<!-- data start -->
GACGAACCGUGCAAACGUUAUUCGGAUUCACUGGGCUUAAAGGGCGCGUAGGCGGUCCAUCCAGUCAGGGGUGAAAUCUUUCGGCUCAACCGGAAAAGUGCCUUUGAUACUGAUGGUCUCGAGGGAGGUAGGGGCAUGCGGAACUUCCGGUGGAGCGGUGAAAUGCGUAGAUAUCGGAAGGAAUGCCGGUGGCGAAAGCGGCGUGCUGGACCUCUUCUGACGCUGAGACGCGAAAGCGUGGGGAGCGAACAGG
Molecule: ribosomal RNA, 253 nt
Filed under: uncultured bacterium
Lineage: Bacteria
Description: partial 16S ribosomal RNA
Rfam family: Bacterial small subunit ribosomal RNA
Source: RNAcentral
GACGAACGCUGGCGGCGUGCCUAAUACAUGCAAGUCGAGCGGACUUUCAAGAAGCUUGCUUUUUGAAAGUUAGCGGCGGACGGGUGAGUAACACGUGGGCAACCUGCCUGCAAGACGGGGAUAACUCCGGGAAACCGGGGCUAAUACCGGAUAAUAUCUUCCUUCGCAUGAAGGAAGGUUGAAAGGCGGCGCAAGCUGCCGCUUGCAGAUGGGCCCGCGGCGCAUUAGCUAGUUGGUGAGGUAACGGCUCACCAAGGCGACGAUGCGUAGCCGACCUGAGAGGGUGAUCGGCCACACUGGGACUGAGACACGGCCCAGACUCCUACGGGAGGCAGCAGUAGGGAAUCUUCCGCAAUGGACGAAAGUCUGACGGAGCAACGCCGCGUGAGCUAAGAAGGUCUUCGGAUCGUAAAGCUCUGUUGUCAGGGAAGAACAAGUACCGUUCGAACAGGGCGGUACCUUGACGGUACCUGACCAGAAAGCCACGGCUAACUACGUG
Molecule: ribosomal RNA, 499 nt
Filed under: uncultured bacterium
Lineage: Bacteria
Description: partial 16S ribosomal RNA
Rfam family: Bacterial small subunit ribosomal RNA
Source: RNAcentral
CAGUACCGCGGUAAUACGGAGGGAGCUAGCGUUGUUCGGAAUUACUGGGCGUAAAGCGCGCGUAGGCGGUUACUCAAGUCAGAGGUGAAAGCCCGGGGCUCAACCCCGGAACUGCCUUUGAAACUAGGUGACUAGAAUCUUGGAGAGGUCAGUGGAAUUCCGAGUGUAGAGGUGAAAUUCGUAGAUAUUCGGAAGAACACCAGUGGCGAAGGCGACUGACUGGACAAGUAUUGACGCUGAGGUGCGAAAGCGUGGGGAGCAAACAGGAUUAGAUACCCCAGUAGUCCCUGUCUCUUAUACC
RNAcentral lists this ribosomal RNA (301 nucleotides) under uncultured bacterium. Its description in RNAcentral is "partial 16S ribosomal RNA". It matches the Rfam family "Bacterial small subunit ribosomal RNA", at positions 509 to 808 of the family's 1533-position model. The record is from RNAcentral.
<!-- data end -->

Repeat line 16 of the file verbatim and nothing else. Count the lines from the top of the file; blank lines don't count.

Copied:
RNAcentral lists this ribosomal RNA (301 nucleotides) under uncultured bacterium. Its description in RNAcentral is "partial 16S ribosomal RNA". It matches the Rfam family "Bacterial small subunit ribosomal RNA", at positions 509 to 808 of the family's 1533-position model. The record is from RNAcentral.